The US SEC accuses the blockchain firm Ripple of getting made an unregistered securities providing
© Reuters. Suitable for the special report SEC / INVESTIGATIONS
From Katanga Johnson
WASHINGTON (Reuters) – The US Securities and Exchange Commission on Tuesday hired the blockchain payment company affiliated with the cryptocurrency XRP to conduct an unregistered securities offering worth $ 1.3 billion.
The SEC also charged two San Francisco Ripple executives with personal gains they received from the offering.
Ripple created and sold XRP, the third largest cryptocurrency by market value.
Globally, financial regulators are still looking at how to regulate cryptocurrencies like and their competitors. Future court battles could determine whether cryptocurrencies can make the leap from a niche to a mainstream asset.
According to Ripple, XRP is a currency and does not need to be registered as an investment contract.
“The SEC is legally and factually fundamentally wrong,” the company said on Tuesday.
As of 2013, Ripple’s former CEO Christian Larsen and current CEO Bradley Garlinghouse raised capital through the sale of digital assets in an unregistered offering.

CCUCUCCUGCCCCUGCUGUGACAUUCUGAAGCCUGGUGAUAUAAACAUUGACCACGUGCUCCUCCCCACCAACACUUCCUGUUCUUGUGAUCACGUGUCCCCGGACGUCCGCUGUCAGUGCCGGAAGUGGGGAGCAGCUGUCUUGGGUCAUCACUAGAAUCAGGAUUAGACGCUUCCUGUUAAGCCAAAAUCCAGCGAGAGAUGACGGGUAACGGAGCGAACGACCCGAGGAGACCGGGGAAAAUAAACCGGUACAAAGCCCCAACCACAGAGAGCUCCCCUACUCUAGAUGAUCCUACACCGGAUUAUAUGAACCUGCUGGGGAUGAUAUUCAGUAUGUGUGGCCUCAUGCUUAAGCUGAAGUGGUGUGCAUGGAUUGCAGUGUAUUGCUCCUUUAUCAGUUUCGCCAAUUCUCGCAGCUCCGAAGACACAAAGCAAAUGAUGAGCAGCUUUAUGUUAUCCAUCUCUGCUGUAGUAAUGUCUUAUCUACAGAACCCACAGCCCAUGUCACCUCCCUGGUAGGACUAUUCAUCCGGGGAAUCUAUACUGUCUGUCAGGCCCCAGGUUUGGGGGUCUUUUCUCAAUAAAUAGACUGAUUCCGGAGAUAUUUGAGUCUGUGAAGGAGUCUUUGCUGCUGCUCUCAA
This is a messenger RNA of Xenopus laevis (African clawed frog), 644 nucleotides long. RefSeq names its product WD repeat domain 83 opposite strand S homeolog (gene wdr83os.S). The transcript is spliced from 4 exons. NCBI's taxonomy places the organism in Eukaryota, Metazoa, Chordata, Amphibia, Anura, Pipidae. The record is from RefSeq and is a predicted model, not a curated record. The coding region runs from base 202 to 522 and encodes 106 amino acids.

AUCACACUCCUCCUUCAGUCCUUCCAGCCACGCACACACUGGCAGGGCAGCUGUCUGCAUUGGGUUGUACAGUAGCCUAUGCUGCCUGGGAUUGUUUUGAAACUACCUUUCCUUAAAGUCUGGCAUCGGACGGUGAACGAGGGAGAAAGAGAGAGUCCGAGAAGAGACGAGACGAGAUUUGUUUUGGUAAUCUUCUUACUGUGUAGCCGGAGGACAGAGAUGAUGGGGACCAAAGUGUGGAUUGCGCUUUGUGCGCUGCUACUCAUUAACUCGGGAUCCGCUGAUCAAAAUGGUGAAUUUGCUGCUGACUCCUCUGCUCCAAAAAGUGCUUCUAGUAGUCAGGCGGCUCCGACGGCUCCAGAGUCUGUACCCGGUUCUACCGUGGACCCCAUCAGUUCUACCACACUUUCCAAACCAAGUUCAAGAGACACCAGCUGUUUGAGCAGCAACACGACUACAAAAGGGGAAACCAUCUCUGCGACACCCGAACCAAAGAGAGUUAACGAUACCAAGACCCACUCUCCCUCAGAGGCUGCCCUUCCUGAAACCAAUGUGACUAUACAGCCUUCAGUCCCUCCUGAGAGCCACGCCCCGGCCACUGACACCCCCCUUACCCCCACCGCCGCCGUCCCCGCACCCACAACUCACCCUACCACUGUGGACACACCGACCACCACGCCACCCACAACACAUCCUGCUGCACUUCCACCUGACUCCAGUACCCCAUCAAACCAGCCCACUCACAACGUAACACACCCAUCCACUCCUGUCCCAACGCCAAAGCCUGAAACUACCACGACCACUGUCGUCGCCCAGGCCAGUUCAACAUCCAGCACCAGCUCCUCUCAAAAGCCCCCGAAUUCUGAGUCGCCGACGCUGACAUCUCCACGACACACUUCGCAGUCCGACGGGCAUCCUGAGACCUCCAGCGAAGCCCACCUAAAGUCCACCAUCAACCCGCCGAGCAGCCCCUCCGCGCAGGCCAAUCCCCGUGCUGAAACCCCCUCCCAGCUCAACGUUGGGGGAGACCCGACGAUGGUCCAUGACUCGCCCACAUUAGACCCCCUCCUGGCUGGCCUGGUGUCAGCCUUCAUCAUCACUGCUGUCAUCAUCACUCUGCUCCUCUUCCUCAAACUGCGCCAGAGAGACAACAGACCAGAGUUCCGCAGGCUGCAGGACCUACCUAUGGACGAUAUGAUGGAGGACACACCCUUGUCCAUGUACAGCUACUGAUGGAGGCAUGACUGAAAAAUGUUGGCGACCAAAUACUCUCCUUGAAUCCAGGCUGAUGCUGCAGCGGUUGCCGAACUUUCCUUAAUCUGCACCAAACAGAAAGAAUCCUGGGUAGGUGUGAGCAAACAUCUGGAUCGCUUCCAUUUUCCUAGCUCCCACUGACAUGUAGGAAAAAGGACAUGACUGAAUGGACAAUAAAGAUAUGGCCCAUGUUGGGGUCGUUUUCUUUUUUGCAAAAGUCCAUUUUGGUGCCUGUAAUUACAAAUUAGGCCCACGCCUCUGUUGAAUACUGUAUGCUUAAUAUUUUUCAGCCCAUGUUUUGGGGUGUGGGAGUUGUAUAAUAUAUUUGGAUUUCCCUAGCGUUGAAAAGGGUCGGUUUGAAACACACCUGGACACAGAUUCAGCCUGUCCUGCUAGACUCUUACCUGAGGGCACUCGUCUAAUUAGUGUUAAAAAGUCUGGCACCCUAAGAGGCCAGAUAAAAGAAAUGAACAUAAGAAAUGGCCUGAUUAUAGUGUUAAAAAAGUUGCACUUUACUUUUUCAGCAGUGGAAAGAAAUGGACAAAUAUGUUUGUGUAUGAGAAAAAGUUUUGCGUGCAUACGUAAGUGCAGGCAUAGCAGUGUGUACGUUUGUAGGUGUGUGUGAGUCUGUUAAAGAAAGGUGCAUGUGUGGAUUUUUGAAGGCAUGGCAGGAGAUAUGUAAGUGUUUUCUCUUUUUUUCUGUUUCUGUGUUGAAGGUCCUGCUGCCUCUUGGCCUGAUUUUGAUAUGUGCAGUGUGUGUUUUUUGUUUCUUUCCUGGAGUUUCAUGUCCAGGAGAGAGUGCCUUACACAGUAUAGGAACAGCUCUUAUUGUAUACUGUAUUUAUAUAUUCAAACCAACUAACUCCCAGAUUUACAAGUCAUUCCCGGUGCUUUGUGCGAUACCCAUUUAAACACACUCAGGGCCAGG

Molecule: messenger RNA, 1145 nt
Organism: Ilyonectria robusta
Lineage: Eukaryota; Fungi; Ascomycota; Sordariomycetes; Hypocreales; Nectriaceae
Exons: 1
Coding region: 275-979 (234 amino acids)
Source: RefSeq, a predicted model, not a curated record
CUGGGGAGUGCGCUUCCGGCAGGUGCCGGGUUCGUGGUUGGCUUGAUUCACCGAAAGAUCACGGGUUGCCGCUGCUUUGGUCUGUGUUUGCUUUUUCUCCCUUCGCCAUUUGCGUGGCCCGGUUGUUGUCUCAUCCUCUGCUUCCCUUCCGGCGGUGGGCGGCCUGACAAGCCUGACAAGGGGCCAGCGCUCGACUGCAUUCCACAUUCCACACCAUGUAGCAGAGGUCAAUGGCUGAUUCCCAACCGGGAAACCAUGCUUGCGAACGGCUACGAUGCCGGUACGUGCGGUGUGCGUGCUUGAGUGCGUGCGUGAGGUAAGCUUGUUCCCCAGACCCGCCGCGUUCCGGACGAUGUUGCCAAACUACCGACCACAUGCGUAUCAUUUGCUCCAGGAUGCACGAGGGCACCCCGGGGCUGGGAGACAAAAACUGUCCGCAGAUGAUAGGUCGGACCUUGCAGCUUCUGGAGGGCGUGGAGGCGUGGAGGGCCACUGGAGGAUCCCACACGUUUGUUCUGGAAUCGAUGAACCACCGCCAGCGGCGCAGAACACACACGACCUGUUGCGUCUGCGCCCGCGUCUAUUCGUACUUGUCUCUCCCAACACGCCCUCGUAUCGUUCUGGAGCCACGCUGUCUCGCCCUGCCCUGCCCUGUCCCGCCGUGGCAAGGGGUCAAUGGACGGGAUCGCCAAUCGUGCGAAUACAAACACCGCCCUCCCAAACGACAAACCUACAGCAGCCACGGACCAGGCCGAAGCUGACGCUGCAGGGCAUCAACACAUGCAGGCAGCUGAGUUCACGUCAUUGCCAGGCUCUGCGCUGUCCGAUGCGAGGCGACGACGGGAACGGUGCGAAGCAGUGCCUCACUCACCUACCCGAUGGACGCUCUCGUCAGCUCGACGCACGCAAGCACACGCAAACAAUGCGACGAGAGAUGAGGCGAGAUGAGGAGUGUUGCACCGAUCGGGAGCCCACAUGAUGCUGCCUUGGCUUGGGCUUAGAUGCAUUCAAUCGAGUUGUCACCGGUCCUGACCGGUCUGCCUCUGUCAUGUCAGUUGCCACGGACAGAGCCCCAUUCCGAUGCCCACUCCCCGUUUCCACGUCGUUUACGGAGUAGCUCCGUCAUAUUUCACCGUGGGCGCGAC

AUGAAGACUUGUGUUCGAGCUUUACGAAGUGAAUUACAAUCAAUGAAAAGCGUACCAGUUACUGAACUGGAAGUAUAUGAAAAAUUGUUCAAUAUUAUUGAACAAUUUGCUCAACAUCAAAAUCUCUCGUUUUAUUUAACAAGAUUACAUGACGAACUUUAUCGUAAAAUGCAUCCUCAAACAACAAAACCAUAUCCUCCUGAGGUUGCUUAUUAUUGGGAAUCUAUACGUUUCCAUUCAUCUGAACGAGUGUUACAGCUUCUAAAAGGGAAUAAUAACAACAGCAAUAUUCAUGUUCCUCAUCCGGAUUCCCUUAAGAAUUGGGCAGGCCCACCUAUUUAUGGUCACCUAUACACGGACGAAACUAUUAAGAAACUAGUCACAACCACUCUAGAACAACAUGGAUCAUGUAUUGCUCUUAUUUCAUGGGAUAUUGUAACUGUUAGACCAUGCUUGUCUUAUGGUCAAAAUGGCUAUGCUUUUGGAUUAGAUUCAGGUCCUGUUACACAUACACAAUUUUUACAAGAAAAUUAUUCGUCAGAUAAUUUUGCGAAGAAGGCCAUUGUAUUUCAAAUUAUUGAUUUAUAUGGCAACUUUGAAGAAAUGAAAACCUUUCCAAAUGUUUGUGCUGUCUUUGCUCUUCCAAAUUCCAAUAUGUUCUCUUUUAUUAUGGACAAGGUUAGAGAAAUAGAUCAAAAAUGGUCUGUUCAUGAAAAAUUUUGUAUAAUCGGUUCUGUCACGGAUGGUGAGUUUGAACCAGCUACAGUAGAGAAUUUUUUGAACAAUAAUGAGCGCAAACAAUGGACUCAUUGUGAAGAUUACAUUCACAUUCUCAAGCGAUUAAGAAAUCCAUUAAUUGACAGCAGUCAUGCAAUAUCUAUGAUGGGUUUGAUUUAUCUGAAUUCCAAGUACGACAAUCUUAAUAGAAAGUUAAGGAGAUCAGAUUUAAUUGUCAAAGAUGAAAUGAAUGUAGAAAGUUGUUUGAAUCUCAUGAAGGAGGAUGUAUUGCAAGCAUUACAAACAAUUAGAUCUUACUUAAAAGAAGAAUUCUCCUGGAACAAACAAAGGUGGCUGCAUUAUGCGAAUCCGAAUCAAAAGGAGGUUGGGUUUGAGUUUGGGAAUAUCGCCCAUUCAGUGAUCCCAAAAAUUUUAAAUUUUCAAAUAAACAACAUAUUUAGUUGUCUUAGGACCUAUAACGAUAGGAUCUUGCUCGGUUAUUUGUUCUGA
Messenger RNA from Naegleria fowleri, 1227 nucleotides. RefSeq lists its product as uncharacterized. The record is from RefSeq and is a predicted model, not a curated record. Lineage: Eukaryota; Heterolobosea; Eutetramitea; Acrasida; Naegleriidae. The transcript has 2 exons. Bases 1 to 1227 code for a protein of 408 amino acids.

The company “also distributed billions of XRPs in exchange for non-cash consideration such as labor and market-making services,” the SEC said, adding that Larsen and Garlinghouse personally gained approximately $ 600 million from their unregistered XRP sales. Dollars benefited.
Larsen and Garlinghouse criticized the agency’s “lack of a clear legal framework”, adding that they would oppose the action.
“We are right and we will aggressively fight – and win – this court battle to get clear road rules for the entire industry in the US,” Garlinghouse said in a statement sent via email.
The SEC is seeking restraint, disgorgation with bias interest, and civil penalties from Ripple without specifying how much.
“Issuers wishing to take advantage of a public offering, including access to retail investors, broad distribution and a secondary trading market, must comply with federal securities laws that require the registration of offers unless an exemption from registration applies,” said Stephanie , SEC Avakian enforcement director, in a statement.
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